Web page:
See also  P0411 Code: Secondary Air Injection Incorrect Flow Detected

Also, keep in mind that all vehicles are different. When troubleshooting and repairing DTCs, you should consult the factory repair information for your application.

Repair manuals, such as those from Chilton, are useful, but an ALLDATA subscription is even better. ALLDATA has single-vehicle subscriptions for DIYers that provide detailed factory repair information.

Other Notes About P0430

Since it is a generic powertrain code, the P0430 trouble code applies to most makes and models of vehicles manufactured from 1996 onward. The exact repair method may vary according to the type of vehicle, but in general, the fix for a P0430 on a Ford will be pretty much the same as the fix for a Chevy or Nissan. This fix might also work for a P0430 on a Lexus GS300, a P0430 on a Toyota 4Runner, or a Honda Odyssey P0430.

Many car owners make the mistake of immediately attributing a P0430 trouble code to the oxygen sensors and replacing the devices without checking for other possible causes. Since the problem will usually be the catalytic converter, another part of the exhaust system, or even the engine, simply replacing the O2 sensors is a waste of time and money.

Vehicle owners with extensive DIY auto repair can fix most issues that cause a P0430 trouble code. However, the safest approach is to bring the vehicle to an auto repair shop for diagnosis and repair.

Where To Buy Parts for the P0430 Code

If you’re looking to buy a new catalytic converter, O2 sensors, or other parts you need to resolve the P0430 trouble code, order now from! With our wide selection of aftermarket brands, you’re sure to find the part you need without breaking the bank.

Placing an order with us takes only a few clicks on our easy-to-navigate website. You don’t even need to leave the comforts of home to make your purchase. And if you aren’t sure what parts to buy, just ask our friendly, round-the-clock customer support.

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About The Authors
Richard McCuistian, ASE Certified Master Automobile Technician
Reviewed By Richard McCuistian, ASE Certified Master Automobile Technician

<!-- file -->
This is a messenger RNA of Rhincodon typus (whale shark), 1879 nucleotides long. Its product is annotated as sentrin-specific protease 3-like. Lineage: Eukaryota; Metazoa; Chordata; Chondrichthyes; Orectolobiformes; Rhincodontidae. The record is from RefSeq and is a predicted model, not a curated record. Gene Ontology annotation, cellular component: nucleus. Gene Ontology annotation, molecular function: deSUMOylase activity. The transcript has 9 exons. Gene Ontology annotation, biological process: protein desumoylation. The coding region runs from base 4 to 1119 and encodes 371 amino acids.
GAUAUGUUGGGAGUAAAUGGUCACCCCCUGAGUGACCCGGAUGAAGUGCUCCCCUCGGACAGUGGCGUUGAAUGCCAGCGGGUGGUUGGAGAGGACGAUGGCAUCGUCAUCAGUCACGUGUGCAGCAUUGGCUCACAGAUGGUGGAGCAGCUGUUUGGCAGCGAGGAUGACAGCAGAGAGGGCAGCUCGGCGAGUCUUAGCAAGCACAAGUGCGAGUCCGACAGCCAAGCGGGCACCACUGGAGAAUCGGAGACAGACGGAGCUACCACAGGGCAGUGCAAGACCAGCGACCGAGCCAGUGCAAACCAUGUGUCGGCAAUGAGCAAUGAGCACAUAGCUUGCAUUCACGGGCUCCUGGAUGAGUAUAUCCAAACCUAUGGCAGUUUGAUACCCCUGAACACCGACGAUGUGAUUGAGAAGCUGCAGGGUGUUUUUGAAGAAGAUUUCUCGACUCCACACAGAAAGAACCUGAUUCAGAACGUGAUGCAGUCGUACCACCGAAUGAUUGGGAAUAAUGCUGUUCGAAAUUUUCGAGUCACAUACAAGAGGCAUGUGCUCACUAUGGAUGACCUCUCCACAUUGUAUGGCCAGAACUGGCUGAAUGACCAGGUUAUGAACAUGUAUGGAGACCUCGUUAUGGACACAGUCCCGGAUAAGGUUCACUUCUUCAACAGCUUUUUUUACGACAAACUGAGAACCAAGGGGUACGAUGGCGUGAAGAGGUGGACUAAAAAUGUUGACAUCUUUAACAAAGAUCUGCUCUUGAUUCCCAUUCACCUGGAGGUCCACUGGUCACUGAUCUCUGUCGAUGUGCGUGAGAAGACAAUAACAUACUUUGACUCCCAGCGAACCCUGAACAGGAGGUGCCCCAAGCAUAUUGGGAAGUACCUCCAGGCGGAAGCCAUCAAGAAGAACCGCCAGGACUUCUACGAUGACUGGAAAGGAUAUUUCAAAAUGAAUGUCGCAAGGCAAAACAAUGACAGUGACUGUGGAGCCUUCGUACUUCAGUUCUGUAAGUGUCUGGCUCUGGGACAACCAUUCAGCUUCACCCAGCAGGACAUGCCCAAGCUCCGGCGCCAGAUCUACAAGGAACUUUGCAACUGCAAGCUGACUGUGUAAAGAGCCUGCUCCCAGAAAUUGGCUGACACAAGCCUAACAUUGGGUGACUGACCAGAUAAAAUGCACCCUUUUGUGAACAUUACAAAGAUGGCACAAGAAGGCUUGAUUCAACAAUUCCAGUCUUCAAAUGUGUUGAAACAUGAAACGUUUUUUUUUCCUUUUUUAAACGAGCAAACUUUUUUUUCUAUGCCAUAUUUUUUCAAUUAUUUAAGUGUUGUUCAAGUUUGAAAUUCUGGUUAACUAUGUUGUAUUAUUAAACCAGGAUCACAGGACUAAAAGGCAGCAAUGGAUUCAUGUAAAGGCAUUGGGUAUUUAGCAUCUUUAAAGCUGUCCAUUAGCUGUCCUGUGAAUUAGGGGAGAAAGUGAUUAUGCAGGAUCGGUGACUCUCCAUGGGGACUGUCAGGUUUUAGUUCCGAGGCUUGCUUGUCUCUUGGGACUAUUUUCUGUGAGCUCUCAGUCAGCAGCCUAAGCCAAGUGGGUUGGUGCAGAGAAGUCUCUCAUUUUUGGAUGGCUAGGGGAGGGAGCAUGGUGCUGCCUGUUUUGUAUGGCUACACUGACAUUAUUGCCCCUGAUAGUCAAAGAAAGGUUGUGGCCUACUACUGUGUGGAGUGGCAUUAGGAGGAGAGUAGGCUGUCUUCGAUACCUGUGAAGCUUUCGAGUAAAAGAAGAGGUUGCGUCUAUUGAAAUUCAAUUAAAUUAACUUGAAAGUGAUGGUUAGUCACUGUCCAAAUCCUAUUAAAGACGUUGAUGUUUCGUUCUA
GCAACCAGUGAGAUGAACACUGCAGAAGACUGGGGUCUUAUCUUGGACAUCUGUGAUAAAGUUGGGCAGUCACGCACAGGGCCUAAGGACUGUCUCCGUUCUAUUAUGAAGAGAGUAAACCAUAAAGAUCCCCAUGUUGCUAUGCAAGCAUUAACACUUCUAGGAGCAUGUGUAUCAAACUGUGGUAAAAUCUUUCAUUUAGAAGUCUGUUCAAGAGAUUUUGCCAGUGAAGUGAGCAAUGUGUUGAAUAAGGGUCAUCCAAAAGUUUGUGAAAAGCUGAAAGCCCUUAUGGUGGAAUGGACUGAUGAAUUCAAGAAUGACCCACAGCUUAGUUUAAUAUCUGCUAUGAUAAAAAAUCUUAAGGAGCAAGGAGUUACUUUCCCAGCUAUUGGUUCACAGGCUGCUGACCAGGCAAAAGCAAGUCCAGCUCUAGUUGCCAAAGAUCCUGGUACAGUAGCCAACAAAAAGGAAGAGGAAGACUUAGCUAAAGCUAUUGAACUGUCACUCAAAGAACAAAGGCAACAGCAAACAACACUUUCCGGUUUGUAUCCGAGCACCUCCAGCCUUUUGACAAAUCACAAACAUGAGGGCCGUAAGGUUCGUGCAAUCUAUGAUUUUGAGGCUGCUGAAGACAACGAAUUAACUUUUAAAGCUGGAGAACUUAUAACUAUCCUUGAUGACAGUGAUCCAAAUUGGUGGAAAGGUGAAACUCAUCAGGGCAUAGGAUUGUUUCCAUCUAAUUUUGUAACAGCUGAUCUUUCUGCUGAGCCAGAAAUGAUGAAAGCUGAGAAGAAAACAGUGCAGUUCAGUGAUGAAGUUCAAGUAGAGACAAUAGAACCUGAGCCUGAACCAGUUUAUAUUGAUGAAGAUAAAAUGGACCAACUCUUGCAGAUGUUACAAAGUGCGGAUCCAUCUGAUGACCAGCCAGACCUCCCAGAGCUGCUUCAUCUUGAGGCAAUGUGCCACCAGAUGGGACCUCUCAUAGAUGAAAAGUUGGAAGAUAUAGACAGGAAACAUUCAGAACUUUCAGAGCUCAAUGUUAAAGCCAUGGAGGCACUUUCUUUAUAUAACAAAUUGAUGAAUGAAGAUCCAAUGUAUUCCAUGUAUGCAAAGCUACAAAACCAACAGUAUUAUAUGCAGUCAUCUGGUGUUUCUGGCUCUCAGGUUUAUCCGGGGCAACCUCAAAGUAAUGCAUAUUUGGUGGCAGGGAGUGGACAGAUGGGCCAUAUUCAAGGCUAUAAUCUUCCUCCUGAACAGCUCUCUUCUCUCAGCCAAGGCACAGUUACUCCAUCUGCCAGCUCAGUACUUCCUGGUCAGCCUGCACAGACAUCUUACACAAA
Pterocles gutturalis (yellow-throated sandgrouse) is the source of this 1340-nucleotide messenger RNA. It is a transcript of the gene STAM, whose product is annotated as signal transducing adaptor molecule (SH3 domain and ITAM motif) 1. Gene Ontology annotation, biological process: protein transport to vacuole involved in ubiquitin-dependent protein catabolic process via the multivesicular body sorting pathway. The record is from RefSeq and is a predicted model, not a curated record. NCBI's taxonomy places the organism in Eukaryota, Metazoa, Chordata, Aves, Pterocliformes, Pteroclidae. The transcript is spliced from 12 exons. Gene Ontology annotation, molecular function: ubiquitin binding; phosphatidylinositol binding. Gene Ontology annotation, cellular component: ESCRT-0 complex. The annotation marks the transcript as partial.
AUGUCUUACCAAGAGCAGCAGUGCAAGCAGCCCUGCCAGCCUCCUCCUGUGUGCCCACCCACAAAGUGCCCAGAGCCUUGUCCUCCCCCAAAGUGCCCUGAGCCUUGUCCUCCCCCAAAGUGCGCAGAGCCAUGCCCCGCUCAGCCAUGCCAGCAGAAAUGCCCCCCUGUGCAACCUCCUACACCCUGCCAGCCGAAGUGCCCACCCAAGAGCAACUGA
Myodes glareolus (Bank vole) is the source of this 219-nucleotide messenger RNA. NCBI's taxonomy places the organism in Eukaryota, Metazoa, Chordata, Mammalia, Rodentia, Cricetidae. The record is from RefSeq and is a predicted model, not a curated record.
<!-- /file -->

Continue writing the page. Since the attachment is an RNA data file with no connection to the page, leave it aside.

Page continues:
Technical Reviewer at

Richard McCuistian has worked for nearly 50 years in the automotive field as a professional technician, an instructor, and a freelance automotive writer for Motor Age, ACtion magazine, Power Stroke Registry, and others. Richard is ASE certified for more than 30 years in 10 categories, including L1 Advanced Engine Performance and Light Vehicle Diesel.

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Any information provided on this Website is for informational purposes only and is not intended to replace consultation with a professional mechanic. The accuracy and timeliness of the information may change from the time of publication.

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I just bought a 2005 Honda Pilot with 160,000 miles on it.
It just gave me the P0430 O2 Bank Two Downstream (not officiant or however it stated it).
The car was running fine until the light came on. We have only driven it for 100 miles since purchased. The previous owner either lied (I suspect this to be the case) or didn’t know the problem existed.

The car started hard but runs just fine. It was running and starting just fine until the light came on. There is no smell consistent with the Cat. Could it just be the sensor? I did wash under the hood with an engine degreaser as a power steering hose needed to be replaced.

Any thoughts? It has an appointment at the shop for some vent work (actuator motor/door).

Karthik Sai

You bought an old car and it comes with hidden and waiting to show up problems.
They show up suddenly on the dashboard with engine light on. ( no one will expect it, it’s a natural instinct to blame the prior owner knowledge, but it’s not and u just have to deal with it).

I have 2012 pilot and had hell of expenses since it crossed 160 k mileage. The expenses are more than the value of vehicle but I still like it more than my ex. The engine light turns on and – I have to change complete transmission and torque converter. Later engine mounts break and needs to be changed.
6 months later, engine light on again, catalytic converter is problem and it needs replacement.

Welcome to old age, things breaks apart frequently. Keep fixing them until u can afford or get a new one.

Hope this helps !!!


you need to run a smoke test to eliminate air leaks before you change any parts.


I have a 15 camaro with a p0430 can’t seem to find the issue any one that might be able to help